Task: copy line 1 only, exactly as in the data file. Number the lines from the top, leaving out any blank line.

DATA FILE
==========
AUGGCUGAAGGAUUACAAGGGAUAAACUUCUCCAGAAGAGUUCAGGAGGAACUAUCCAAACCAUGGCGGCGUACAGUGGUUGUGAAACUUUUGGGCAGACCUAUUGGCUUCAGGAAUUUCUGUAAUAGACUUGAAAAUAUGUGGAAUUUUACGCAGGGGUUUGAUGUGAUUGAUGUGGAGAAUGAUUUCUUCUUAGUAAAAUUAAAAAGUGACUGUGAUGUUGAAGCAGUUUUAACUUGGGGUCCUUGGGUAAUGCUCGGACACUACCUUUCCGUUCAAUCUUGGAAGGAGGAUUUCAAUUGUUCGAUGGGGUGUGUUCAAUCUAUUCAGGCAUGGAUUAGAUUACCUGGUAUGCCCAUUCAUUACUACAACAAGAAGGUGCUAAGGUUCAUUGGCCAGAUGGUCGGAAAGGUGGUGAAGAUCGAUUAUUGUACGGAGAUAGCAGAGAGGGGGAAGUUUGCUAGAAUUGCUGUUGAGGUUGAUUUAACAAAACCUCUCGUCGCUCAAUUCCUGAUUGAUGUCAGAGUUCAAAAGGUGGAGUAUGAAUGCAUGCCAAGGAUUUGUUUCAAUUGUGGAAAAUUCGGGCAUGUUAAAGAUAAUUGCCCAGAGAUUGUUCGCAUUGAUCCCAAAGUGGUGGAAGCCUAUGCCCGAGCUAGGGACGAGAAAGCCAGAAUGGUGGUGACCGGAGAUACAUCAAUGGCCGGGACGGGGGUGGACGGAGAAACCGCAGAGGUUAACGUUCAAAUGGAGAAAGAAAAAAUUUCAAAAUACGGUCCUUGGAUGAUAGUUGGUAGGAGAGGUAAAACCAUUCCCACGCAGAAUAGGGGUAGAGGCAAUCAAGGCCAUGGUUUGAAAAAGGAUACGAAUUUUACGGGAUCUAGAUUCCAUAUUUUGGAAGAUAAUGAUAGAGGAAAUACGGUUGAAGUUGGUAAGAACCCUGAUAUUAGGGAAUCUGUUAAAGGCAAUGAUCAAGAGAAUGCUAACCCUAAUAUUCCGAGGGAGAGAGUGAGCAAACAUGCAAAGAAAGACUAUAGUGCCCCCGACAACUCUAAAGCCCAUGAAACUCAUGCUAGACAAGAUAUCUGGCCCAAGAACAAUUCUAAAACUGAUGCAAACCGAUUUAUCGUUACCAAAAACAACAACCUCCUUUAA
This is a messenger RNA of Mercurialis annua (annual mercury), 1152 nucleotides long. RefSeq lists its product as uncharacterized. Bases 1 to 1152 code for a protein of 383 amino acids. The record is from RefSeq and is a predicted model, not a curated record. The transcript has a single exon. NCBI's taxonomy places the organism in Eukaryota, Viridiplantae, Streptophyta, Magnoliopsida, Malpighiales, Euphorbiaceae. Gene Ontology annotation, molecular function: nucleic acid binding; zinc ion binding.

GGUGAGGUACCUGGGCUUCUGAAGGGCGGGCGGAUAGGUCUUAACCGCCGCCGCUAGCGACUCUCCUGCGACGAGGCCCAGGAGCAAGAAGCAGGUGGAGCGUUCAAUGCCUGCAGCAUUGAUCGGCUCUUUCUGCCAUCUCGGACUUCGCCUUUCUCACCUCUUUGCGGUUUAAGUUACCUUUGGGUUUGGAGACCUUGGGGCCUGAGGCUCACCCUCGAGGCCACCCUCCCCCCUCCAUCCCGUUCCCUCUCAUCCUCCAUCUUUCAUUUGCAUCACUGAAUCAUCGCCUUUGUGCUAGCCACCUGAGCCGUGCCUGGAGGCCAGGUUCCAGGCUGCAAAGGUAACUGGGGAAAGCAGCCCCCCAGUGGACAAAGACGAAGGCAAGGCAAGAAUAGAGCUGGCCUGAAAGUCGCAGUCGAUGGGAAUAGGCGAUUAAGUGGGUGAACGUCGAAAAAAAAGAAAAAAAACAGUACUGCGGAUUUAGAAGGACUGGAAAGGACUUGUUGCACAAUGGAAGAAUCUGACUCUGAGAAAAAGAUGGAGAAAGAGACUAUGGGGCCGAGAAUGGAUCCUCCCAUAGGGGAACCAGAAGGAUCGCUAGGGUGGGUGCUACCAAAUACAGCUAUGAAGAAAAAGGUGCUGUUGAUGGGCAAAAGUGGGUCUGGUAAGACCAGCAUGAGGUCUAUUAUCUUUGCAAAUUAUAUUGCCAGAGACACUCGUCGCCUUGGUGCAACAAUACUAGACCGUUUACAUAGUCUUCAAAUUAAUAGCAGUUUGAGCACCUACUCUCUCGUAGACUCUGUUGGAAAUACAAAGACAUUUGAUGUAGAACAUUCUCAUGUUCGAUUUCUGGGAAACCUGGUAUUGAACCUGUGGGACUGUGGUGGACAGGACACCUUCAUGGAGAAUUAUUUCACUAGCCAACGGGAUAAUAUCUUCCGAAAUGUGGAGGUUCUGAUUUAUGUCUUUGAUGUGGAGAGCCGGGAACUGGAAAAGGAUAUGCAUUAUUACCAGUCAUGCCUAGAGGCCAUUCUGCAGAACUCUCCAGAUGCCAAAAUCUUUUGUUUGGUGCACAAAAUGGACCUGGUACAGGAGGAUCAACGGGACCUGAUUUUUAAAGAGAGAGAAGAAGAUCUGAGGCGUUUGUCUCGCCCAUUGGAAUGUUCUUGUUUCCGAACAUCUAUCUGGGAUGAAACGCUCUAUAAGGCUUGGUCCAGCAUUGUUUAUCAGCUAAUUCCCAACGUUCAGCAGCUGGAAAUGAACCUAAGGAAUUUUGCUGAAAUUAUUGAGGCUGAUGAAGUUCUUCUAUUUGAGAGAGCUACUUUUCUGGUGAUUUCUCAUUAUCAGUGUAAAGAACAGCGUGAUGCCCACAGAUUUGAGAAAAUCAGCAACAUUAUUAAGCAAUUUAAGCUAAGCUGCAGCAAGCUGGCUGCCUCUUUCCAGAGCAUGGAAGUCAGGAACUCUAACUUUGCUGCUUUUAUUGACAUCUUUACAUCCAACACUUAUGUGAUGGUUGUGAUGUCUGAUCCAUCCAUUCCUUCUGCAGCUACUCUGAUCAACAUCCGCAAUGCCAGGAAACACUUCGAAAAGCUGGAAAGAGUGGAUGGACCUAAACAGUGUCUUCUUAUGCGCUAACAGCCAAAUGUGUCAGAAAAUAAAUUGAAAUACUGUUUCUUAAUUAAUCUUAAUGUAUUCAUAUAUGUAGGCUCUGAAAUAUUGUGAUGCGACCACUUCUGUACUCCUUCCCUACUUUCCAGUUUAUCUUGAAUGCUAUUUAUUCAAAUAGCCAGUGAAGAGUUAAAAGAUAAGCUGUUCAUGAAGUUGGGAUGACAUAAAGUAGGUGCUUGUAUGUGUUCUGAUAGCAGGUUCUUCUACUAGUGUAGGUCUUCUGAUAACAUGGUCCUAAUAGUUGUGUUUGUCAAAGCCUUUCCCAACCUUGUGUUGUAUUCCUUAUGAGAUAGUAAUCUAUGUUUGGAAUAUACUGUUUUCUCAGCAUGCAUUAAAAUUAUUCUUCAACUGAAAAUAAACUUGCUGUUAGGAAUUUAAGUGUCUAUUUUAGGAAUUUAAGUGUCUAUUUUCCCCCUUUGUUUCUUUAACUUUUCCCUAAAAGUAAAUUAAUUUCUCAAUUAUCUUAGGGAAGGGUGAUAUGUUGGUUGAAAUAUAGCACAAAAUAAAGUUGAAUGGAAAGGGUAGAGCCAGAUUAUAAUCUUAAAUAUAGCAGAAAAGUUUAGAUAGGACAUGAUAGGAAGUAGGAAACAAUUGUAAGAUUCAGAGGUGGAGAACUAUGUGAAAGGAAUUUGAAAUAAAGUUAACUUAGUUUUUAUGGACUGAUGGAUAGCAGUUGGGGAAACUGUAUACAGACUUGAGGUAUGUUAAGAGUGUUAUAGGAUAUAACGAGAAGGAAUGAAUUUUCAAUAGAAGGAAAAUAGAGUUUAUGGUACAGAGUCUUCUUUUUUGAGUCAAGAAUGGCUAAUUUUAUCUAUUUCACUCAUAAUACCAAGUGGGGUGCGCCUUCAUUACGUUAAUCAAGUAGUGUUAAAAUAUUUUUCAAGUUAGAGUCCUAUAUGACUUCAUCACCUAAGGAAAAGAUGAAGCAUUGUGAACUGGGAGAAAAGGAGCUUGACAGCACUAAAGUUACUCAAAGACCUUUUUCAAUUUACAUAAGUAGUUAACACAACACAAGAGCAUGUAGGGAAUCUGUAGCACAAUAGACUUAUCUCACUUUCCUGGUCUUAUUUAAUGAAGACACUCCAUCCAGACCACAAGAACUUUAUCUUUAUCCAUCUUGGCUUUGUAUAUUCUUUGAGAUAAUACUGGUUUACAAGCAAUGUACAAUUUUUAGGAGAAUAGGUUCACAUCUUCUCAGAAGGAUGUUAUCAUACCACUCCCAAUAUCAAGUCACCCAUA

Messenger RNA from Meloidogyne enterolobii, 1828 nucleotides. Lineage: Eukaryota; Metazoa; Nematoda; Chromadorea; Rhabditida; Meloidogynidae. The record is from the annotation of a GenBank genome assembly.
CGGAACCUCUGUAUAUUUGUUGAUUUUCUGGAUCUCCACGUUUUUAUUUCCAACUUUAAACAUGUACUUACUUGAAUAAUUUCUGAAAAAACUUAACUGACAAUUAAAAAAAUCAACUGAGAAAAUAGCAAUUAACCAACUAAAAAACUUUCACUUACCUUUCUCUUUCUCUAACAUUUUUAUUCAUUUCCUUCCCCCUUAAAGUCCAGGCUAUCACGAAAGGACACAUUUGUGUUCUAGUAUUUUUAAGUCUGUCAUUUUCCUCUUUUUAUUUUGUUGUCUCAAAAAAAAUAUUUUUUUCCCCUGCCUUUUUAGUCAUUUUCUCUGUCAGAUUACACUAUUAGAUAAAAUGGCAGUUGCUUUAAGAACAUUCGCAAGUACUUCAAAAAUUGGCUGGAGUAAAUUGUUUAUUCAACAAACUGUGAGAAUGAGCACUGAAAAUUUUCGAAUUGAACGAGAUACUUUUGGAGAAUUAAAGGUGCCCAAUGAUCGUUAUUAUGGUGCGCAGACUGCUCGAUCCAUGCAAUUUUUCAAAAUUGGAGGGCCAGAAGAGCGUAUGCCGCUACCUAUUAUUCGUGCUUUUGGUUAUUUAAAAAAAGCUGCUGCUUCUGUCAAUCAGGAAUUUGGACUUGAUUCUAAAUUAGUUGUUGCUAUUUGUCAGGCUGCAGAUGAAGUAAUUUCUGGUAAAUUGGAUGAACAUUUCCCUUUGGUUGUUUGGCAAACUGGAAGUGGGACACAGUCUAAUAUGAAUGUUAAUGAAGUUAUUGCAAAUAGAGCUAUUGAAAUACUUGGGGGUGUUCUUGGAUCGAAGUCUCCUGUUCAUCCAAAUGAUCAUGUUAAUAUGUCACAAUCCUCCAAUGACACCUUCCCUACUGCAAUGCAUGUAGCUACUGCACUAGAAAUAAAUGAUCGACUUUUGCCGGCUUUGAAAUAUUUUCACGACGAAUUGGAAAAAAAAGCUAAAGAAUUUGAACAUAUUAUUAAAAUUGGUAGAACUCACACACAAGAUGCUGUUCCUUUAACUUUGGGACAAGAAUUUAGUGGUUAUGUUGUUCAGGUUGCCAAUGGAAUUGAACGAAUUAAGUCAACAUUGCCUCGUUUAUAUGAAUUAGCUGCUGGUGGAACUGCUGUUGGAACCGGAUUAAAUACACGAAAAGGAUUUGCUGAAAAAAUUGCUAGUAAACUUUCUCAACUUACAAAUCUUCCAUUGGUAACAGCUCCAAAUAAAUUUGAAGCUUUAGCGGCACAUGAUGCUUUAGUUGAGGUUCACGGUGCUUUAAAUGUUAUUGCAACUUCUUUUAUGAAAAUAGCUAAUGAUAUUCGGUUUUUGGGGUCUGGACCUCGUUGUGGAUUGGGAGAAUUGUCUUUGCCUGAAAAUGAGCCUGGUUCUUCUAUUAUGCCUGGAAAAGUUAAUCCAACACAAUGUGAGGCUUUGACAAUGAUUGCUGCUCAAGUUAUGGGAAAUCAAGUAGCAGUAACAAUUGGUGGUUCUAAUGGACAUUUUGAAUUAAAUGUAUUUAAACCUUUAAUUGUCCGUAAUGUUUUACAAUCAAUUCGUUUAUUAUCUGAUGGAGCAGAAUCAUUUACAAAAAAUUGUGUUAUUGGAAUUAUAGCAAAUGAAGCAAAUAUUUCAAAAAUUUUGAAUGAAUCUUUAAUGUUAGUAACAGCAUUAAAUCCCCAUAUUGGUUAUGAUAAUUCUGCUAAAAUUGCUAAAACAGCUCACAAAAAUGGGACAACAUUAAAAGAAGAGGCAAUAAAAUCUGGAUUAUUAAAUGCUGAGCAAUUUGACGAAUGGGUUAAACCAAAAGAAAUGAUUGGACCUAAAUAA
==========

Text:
AUGGCUGAAGGAUUACAAGGGAUAAACUUCUCCAGAAGAGUUCAGGAGGAACUAUCCAAACCAUGGCGGCGUACAGUGGUUGUGAAACUUUUGGGCAGACCUAUUGGCUUCAGGAAUUUCUGUAAUAGACUUGAAAAUAUGUGGAAUUUUACGCAGGGGUUUGAUGUGAUUGAUGUGGAGAAUGAUUUCUUCUUAGUAAAAUUAAAAAGUGACUGUGAUGUUGAAGCAGUUUUAACUUGGGGUCCUUGGGUAAUGCUCGGACACUACCUUUCCGUUCAAUCUUGGAAGGAGGAUUUCAAUUGUUCGAUGGGGUGUGUUCAAUCUAUUCAGGCAUGGAUUAGAUUACCUGGUAUGCCCAUUCAUUACUACAACAAGAAGGUGCUAAGGUUCAUUGGCCAGAUGGUCGGAAAGGUGGUGAAGAUCGAUUAUUGUACGGAGAUAGCAGAGAGGGGGAAGUUUGCUAGAAUUGCUGUUGAGGUUGAUUUAACAAAACCUCUCGUCGCUCAAUUCCUGAUUGAUGUCAGAGUUCAAAAGGUGGAGUAUGAAUGCAUGCCAAGGAUUUGUUUCAAUUGUGGAAAAUUCGGGCAUGUUAAAGAUAAUUGCCCAGAGAUUGUUCGCAUUGAUCCCAAAGUGGUGGAAGCCUAUGCCCGAGCUAGGGACGAGAAAGCCAGAAUGGUGGUGACCGGAGAUACAUCAAUGGCCGGGACGGGGGUGGACGGAGAAACCGCAGAGGUUAACGUUCAAAUGGAGAAAGAAAAAAUUUCAAAAUACGGUCCUUGGAUGAUAGUUGGUAGGAGAGGUAAAACCAUUCCCACGCAGAAUAGGGGUAGAGGCAAUCAAGGCCAUGGUUUGAAAAAGGAUACGAAUUUUACGGGAUCUAGAUUCCAUAUUUUGGAAGAUAAUGAUAGAGGAAAUACGGUUGAAGUUGGUAAGAACCCUGAUAUUAGGGAAUCUGUUAAAGGCAAUGAUCAAGAGAAUGCUAACCCUAAUAUUCCGAGGGAGAGAGUGAGCAAACAUGCAAAGAAAGACUAUAGUGCCCCCGACAACUCUAAAGCCCAUGAAACUCAUGCUAGACAAGAUAUCUGGCCCAAGAACAAUUCUAAAACUGAUGCAAACCGAUUUAUCGUUACCAAAAACAACAACCUCCUUUAA